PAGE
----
The best camera for backpacking is the one you will feel at ease using. While weight is important you have to weigh the advantages of extra equipment, camera capabilities, digital or film and resolution.
If you are an experienced photographer you probably already have the best camera and equipment for you to take backpacking. However, you will need a way to protect it. The best protection for your camera and equipment is a weatherproof padded case made of rip stop polyester
For the novice who is looking for an easy to use camera there are several quality cameras on the market. You just have to know what to look for to match your intended use.
Instant cameras are easy to use but are limited to the equipment that can be changed or attached. The modern digital instant cameras have settings such as f stop and aperture opening that can be changed with a thumbwheel. The thumbwheel will have clouds, sun symbol, mountains and faces on it showing what to set the camera to for different conditions.
Some instant cameras have a flash shoe and plug for external flashes. The lenses are permanent and telephoto settings are done digitally. An instant camera is good for weight because there is not much equipment you can bring for it. However, the effects and zoom are limited.
SLR cameras have the ability of interchangeable lenses. While you can zoom in with modern instant digital cameras, the amount of digital zoom is limited to around 4 to 6 times. SLR cameras allow you to zoom on creatures and items on the nest ridge enough to make out characteristics. This zoom factor is 20 +. At this high of a magnification you need something to steady the camera such as a tripod, monopod or resting the camera on a flat surface of a rock.
You can also add effects to snapshots by using star effect lenses add color with colored filters and deepen the color using polarizing filters.
I myself am a conservative and enjoy using film in a camera. When I went to Alaska I took a Nikon N6006 with a Quantaray 28 - 80 mm and a Quantaray 70 - 300 mm lenses with various add on lenses for effects.
The amount of light that enters a digital camera is controlled by the camera software. While you can get a detailed picture of a fast moving object the problem is keeping the camera on the subject long enough for the shutter to open and close. I have found a delay from clicking the shutter button to the actual image retrieval. If the subject is heading for cover in a bush or tree, you may not get the subject, just the place where they disappeared. With a film camera the shutter opens and closes immediately when you hit the button.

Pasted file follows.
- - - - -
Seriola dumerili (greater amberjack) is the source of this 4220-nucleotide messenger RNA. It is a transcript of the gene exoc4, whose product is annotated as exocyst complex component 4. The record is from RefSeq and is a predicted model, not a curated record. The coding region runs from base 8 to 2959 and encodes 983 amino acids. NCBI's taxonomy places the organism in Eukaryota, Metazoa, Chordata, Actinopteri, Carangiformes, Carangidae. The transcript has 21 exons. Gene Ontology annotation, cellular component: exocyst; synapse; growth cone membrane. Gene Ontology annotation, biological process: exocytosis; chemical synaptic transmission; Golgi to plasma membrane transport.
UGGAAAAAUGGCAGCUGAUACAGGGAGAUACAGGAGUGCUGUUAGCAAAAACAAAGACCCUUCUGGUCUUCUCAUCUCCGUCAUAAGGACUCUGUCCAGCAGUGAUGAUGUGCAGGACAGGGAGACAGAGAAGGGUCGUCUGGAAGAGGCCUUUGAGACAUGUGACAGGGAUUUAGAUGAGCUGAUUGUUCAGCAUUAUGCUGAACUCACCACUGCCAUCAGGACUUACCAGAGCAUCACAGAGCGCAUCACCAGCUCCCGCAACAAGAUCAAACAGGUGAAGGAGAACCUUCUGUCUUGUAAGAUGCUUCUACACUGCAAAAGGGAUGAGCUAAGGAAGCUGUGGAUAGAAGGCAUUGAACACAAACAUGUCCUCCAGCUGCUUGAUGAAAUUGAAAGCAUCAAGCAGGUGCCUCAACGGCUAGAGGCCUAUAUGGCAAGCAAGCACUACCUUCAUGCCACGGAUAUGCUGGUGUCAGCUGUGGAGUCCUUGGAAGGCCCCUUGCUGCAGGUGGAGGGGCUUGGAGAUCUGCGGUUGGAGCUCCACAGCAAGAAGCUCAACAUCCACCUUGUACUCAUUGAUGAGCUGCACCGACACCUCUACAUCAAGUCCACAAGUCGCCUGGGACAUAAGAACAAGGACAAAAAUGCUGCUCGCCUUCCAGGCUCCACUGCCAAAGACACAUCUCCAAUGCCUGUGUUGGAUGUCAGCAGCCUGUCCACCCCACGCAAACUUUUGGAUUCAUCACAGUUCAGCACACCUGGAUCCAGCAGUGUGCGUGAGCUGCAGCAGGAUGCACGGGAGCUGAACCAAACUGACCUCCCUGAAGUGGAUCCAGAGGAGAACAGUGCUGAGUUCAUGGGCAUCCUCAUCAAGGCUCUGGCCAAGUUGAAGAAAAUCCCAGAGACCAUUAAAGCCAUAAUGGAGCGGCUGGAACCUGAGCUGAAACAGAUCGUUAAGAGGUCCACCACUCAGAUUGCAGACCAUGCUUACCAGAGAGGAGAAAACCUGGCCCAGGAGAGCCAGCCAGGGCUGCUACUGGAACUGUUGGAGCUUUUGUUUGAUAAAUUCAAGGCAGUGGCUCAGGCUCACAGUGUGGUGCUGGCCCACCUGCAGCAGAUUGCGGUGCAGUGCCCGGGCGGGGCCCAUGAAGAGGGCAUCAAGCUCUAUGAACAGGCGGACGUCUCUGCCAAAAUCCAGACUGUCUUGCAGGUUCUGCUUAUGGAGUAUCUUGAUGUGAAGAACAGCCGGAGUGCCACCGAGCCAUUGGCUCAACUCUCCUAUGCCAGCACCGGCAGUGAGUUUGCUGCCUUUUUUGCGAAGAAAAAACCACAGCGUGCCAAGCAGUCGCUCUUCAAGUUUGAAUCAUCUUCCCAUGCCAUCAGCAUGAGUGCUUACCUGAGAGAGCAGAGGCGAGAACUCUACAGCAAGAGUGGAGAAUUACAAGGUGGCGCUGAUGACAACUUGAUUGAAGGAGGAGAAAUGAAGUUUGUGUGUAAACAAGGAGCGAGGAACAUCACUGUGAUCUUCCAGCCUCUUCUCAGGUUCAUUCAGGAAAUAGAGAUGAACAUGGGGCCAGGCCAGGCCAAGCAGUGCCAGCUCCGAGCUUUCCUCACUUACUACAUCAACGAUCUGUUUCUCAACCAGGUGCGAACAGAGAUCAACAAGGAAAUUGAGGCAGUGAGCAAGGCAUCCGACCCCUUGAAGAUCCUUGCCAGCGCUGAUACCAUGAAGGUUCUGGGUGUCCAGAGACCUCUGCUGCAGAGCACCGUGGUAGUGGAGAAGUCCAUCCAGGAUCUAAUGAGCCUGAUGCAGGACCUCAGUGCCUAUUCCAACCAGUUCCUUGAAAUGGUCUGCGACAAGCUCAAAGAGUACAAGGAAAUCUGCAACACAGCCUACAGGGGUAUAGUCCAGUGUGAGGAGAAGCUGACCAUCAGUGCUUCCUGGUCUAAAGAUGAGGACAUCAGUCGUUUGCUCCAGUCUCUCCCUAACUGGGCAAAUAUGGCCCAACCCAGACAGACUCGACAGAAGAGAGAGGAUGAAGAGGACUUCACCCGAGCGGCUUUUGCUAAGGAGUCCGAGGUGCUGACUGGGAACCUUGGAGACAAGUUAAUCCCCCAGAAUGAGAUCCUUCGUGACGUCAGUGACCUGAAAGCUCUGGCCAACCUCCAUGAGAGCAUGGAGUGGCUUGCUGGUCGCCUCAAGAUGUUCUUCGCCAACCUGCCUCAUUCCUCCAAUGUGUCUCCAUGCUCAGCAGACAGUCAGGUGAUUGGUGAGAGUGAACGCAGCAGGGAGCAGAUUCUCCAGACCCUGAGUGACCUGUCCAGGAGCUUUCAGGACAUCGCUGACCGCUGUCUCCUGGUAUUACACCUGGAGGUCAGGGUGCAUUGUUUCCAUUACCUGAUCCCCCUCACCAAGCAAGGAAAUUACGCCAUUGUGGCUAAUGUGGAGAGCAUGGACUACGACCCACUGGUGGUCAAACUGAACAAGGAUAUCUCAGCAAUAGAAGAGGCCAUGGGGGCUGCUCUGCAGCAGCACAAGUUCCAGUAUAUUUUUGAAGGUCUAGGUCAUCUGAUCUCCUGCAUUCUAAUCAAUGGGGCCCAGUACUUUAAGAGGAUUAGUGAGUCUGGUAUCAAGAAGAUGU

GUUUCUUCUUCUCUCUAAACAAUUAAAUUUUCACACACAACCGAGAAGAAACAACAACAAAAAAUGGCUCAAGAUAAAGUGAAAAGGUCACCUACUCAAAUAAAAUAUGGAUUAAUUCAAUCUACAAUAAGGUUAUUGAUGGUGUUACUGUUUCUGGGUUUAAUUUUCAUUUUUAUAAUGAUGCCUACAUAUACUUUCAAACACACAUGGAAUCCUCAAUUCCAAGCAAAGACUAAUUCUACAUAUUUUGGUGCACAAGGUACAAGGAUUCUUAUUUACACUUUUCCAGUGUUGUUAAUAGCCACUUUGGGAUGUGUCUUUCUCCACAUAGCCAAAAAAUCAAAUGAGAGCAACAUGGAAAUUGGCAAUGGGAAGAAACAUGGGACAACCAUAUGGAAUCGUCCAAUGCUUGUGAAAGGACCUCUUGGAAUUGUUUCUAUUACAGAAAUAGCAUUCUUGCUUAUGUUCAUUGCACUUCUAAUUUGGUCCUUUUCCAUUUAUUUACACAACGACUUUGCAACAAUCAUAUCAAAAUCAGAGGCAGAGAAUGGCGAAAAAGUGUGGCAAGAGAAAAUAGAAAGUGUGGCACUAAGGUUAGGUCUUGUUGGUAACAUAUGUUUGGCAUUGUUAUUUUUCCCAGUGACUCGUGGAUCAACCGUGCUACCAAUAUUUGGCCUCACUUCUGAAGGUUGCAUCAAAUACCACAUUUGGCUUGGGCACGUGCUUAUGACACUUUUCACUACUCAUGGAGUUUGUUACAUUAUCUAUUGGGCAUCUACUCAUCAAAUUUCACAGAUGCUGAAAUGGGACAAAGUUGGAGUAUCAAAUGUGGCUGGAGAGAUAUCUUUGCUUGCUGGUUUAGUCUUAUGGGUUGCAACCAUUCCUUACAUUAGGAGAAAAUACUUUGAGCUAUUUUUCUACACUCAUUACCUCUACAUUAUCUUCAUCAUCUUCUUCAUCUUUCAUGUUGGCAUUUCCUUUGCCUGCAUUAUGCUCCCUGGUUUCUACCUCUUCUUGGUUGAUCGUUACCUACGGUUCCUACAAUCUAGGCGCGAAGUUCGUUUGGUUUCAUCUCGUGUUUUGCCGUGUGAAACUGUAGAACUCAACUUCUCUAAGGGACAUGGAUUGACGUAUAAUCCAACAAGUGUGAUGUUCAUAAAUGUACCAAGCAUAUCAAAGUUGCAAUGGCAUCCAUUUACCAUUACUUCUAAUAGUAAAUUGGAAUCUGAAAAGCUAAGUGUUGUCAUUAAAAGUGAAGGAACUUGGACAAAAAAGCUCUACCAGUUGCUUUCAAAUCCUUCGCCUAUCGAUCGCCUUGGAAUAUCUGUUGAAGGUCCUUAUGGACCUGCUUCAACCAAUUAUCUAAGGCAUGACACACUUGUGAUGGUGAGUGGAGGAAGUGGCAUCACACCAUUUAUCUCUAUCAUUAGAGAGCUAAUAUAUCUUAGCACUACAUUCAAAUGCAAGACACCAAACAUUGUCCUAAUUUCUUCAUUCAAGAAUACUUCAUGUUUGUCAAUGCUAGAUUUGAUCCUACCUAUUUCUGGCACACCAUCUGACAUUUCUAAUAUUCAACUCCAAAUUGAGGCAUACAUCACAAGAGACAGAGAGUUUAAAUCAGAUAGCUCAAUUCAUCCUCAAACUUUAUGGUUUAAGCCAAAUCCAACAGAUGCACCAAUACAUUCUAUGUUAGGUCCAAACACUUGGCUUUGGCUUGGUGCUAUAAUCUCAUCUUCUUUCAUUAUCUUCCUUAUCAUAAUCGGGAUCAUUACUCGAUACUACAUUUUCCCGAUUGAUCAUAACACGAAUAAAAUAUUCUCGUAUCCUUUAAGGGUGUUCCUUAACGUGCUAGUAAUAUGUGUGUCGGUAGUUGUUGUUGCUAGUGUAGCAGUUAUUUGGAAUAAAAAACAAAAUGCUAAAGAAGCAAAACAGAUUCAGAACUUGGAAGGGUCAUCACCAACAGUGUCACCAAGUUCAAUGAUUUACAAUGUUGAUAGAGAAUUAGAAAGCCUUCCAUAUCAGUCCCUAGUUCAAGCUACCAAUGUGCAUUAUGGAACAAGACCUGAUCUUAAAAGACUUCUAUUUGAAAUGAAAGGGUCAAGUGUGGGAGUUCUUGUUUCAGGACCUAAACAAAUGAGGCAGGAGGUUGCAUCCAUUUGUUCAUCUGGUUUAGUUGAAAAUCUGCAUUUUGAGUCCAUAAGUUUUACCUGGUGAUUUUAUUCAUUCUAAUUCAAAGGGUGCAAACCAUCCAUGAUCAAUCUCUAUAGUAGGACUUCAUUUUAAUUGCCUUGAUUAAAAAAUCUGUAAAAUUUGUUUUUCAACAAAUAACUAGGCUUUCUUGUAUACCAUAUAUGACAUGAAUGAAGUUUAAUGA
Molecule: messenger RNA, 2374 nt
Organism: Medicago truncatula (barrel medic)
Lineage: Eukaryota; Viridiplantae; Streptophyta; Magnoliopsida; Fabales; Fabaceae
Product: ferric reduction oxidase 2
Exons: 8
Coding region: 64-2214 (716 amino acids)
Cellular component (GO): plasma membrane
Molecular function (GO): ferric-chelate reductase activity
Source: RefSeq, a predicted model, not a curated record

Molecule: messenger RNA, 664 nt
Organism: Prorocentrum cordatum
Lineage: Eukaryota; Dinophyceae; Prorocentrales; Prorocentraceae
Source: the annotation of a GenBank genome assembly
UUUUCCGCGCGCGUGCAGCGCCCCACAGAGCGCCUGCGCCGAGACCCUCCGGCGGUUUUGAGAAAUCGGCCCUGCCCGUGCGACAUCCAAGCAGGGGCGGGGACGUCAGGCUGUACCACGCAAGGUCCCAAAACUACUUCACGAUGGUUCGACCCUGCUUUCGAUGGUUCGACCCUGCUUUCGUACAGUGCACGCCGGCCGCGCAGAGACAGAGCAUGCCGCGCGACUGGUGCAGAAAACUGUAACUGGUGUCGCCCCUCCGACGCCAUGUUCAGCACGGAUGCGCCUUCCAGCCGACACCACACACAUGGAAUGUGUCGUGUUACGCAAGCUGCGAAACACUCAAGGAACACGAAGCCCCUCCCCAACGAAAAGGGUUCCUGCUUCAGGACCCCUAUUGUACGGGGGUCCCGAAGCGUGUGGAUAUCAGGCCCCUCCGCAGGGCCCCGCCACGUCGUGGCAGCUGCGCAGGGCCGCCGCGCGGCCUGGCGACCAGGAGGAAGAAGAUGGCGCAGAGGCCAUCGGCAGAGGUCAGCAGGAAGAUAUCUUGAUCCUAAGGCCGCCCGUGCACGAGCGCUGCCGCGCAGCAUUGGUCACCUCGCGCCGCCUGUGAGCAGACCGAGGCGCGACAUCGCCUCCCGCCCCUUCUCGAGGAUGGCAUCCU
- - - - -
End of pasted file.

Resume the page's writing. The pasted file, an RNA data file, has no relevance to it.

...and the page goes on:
Unless you use an old box camera your camera uses a battery. Film cameras do not use as much power and an extra non rechargeable battery will only run you about $ 15. Digital cameras only uses rechargeable batteries and an extra one of those will cost you over $ 40. I was in Alaska for 3 weeks and took over 300 photos, some with flash, on 1 throw away battery. I carried a spare but did not need it. But you do have to pay for the film and developing.The 300 photos were on 13 rolls of film and with the cost of film and developing they ran around $ 175. While a digital card to hold that many 10 megapixel shots is around $ 40.
Film speed and digital resolution are basically the same thing. The ability to be enlarged before distortion becomes apparent. You would think that a higher speed film would be better for magnification, but it is the opposite. A higher speed film accepts enough light before small details can be imaged. So the slower a film speed, the more detail is captured.
The problem is tracking a fast moving object with a slow film to get enough detail for amplification from the negative. Still pictures such as mountains and still animals are fine for enlarging but fast objects require a fast film to freeze the picture to make it clearer, therefore reducing the ability to be enlarged.